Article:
I love my plants, so a threat to them affects me.

Now, when I say “a very stressful thought” I don’t mean something like the sentence describing property management’s threats re my plants.


Putting the thought into words, intellectualizing it, seems to harness its effect.

What I mean by a very stressful thought is one which comes to mind in a flash with all its associated feelings.

How amazing is it that a thought can be so thoroughly distressing that it immediately changes something in ones blood to allow it to flow as a nosebleed, or something in ones nasal passage to suddenly allow blood to permeate.

The Mayo Clinic says this,

Your body produces a surge of hormones when you’re in a stressful situation. These hormones temporarily increase your blood pressure by causing your heart to beat faster and your blood vessels to narrow.

90% of nose bleeds

Most nose bleeds occur toward the front of the nose, with 90% of those occurring in Kiesselbach’s plexus located in the nasal septum.


In the beginning, remembering that vitamin B12 plays an essential part in blood health, I immediately got my Methylcobalamin lozenges and put one under my tongue. That usually stopped the bleeding within a minute.


That in itself interested me. I wondered if B12 could actually get so thoroughly into my blood stream that quickly, quickly enough to stop the nose bleed almost immediately.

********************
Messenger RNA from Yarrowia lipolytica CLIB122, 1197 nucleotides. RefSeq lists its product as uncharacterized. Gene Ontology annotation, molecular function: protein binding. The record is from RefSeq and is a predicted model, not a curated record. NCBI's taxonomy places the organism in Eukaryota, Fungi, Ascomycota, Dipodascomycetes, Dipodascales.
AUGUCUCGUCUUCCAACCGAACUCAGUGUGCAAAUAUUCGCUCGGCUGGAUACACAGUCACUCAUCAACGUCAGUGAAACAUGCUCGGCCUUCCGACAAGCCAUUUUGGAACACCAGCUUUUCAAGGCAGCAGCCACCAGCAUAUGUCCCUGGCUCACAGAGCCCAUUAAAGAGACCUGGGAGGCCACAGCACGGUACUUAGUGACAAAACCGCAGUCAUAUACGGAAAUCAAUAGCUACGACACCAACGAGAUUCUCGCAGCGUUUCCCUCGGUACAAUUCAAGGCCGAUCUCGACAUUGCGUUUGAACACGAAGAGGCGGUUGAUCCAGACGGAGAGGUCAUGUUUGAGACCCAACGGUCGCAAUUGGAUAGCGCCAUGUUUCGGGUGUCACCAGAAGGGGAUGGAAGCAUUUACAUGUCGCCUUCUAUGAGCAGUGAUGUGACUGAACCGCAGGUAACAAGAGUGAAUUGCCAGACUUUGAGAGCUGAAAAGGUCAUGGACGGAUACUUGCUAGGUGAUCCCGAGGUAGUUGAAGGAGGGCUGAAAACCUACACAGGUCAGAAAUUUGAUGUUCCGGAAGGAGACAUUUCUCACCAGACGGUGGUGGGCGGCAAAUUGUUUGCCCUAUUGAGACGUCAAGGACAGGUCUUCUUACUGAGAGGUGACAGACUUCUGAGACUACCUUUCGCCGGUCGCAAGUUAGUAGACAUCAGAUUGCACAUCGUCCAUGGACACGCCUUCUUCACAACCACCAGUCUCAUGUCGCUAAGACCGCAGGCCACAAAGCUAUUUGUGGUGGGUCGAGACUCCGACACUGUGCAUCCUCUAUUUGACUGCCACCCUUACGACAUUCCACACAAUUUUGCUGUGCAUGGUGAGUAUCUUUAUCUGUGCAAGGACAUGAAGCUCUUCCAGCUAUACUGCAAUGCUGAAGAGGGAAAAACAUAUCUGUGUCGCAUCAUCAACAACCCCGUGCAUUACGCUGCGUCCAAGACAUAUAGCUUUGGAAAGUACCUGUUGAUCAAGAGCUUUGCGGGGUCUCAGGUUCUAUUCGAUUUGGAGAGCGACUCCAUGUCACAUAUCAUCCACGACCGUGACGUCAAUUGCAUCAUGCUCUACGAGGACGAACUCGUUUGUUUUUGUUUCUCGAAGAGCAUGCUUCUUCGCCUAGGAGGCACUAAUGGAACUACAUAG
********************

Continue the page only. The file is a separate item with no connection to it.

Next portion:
Now that I’ve had so many nosebleeds as a result of extremely stressful thoughts re my plants, re covid, re Election Fraud, re Corporate Media, I’m thinking that the B12 lozenge doesn’t stop my nosebleed as much as my thought that it will stop my nosebleed.

Based on this theory, that it’s my thoughts starting and stopping m nosebleeds, I’ve taken to using affirmations to avoid the stress, as for instance, “I’m growing stronger.” Growing is such a good word because it reflects positive change, positive and visible, but slow.

I can see how prayer would work in a very healing way. After listening to a pod cast of Lin Wood talking about his faith in God, I felt how reassuring that kind of faith is.

I say, “that kind of faith” because he and I have a different focus. He has a Biblical view, whereas my faith is more intimate, more like the way I’ve heard Quakers describe their faith: religious truth via direct inner experience of god, relying on conscience in relation to morality — basically, emphasizing a direct experience of God. This is distinct from my Roman Catholic upbringing where ceremony and sacraments were provided as means to experience God.

Be that as it may, feeling God’s presence in the beauty in the created world, in prayer, in reading the Bible, etc. neutralizes stress and… I’m pretty sure reduces nosebleeds.

Yes, I think that’s so.

I also think it’s a good idea to keep your vitamin B12 levels up. As they say, God helps those that help themselves.


Other cultures

I watch a lot of dramas from other countries: S. Korea, Spain, Sweden, Russia, etc. The S. Korean dramas often show nosebleeds when a character is under stress. Sometimes the character isn’t aware of the effect on their health, and a friend will point ot the recurring nosebleeds.

11/14/2021 ~ Today the German detective drama I was watching used a nosebleed in the reaction of a character to stressful news.